Showing posts from October, 2016
This month we have focused on themes of the Lutheran Reformation, leading up to today, the 499 th year anniversary of the Reformation of the Christian Church. We’ve touched on themes of repentance and forgiveness, Law and Gospel, the hiddenness of God, and being justified by faith. Luther and his colleagues, usually called the Reformers, made important contributions to all of these Biblical teachings, bringing clarity and returning the church to the fountain from which these teachings flow—the Bible—God’s Word. Having this rich spiritual heritage, with next years’ milestone of 500 years, is a double-edged sword. On the one hand, the truth is a powerful weapon against error and the enslavement of sin, as Jesus teaches in today’s reading. But on the other hand, it’s dangerously easy to fall into that same sense of special privilege that Jesus’ confronts in the reading. The Jews had a rich spiritual heritage, and they claimed their ancestry back to Abraham, and they took pride t
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Grace, mercy, and peace to you from God our Father and from our Lord and Savior Jesus Christ, Amen. Of all the topics debated during the Reformation, and of all the teachings of the Christian faith that the Lutheran Reformers stood for, justification was the most important. Martin Luther and the Reformers called the teaching of justification the “ article on which the church stands or falls.” If the article of justification is destroyed, the church falls; so we have the highest duty to get this teaching right. The main question is whether justification includes our good works, or rests on faith alone. Our Gospel shows our salvation depends on this teaching! How does “justification” tie in with our reading today? The parable of the Pharisee and tax collector, says it was that the tax collector, not the Pharisee, who went home justified. Probably if we use the word “justify” in our daily conversation, it’s almost always to describe someone trying to excuse or defend their own beh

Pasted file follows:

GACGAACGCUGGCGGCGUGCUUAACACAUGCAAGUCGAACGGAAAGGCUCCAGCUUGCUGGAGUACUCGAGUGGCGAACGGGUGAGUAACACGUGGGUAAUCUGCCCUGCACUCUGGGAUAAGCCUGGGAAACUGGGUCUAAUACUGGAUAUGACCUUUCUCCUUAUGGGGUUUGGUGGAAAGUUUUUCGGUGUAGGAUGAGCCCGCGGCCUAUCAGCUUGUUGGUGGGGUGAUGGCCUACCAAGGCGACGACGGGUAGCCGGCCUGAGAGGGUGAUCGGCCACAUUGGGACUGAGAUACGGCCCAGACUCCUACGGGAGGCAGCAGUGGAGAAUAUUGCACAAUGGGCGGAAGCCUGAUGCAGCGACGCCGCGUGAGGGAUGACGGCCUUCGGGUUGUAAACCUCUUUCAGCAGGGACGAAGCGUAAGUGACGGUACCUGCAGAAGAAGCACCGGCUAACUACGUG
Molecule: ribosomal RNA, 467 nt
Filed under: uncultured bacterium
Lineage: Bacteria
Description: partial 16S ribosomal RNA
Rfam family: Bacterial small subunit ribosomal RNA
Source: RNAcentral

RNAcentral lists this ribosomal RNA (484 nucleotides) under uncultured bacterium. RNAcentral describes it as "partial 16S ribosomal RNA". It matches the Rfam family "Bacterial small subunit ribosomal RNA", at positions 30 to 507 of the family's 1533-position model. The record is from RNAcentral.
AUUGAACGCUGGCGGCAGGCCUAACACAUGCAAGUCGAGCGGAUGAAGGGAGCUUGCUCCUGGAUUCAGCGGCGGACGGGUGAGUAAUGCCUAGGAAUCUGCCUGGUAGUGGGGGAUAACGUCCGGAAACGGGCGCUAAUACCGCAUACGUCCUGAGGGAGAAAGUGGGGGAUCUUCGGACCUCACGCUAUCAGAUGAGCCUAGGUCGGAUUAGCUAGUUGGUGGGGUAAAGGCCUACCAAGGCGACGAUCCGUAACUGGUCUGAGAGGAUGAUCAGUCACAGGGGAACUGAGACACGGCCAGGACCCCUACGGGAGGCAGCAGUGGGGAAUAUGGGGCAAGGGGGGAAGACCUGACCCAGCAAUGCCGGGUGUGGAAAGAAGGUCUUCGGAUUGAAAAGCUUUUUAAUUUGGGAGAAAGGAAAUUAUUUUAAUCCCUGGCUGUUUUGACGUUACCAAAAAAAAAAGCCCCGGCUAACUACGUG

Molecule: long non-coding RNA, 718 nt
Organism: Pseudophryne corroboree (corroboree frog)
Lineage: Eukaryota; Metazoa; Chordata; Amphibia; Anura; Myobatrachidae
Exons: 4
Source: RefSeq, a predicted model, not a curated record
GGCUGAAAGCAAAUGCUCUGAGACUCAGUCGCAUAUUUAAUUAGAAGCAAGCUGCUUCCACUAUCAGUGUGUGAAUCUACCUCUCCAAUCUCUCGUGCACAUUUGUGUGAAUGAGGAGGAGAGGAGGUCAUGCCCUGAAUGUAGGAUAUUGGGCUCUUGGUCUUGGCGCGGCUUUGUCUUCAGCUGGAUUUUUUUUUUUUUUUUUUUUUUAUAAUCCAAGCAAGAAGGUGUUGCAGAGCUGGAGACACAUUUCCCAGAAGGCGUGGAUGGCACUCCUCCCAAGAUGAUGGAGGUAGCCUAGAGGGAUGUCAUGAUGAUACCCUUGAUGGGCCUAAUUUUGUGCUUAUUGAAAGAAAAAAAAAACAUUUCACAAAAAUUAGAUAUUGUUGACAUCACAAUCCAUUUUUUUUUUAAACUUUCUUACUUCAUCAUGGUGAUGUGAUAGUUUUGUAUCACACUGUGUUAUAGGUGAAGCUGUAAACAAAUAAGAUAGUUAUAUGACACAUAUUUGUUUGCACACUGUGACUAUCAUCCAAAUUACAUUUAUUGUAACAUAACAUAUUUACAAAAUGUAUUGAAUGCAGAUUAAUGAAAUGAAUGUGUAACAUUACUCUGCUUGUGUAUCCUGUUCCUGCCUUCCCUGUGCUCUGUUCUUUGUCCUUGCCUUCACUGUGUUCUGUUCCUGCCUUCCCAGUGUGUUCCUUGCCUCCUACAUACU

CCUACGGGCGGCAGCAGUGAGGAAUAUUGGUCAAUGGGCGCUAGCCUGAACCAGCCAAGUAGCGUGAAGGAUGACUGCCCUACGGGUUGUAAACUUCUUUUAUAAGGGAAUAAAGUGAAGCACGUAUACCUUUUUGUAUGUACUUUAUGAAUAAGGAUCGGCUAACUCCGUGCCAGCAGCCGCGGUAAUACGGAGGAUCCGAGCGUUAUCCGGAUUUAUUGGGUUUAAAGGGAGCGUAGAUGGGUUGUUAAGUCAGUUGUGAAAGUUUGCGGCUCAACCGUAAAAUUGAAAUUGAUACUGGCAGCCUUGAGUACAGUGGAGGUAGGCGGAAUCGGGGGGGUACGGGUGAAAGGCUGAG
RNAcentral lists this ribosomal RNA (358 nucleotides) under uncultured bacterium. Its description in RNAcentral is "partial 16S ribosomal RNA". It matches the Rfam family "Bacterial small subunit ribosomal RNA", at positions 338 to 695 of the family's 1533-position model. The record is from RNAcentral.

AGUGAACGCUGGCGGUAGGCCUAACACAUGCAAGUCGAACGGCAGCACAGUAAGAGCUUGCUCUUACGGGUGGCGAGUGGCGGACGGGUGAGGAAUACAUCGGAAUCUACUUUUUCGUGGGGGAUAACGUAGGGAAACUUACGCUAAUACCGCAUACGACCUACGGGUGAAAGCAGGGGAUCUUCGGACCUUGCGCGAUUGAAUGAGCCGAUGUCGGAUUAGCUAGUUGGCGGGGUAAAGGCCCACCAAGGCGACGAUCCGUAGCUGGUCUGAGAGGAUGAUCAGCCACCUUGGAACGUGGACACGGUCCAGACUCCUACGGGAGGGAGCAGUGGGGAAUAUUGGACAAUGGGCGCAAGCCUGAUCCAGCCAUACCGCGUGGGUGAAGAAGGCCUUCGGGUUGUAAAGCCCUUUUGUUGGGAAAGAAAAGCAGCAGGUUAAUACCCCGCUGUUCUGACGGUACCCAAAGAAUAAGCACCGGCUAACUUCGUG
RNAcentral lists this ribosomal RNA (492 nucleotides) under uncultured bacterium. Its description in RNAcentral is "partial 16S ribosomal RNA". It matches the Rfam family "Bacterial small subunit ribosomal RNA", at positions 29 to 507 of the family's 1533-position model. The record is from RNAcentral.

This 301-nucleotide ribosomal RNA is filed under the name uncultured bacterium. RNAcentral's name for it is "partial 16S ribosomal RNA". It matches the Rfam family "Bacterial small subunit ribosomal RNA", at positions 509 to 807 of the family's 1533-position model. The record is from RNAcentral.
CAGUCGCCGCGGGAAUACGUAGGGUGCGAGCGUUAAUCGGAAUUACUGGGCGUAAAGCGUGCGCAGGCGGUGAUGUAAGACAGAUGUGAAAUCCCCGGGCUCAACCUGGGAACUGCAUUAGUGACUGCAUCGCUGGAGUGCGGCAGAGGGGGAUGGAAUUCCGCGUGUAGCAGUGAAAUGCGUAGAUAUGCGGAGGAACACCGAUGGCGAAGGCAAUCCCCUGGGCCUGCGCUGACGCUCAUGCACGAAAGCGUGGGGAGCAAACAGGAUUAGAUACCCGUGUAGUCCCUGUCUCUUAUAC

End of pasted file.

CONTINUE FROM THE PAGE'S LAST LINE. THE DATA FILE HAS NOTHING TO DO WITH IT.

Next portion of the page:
Sermon on Genesis 32:22-30, for the 22nd Sunday after Pentecost, "The Hiddenness and Nearness of God"
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Grace, mercy, and peace to you from God our Father, and from our Lord and Savior Jesus Christ, Amen. Psalm 10 opens with these cries out to God, “ Why, O Lord, do you stand far away? Why do you hide yourself in times of trouble?” In times of trouble, don’t you feel like God is hiding? The Psalmist cries out, “Where are you God?” “Why aren’t you helping?” “Why are you so far away?” How often have you wondered the same? Is there anyone who hasn’t, at the lowest times in their life, felt like God was hiding His face, even when we were calling out to Him in prayer? In the midst of suffering? Or when evil seemed to be rising out of control? When earthly justice failed, and there seemed no help from heaven? In these trying times, we naturally think like the Psalmist, that God is hidden or distant. This is a favorite type of scene for moviemakers, because it strikes a chord with our experience. Often they show a person in ultimate despair or loneliness, and they are crying out, but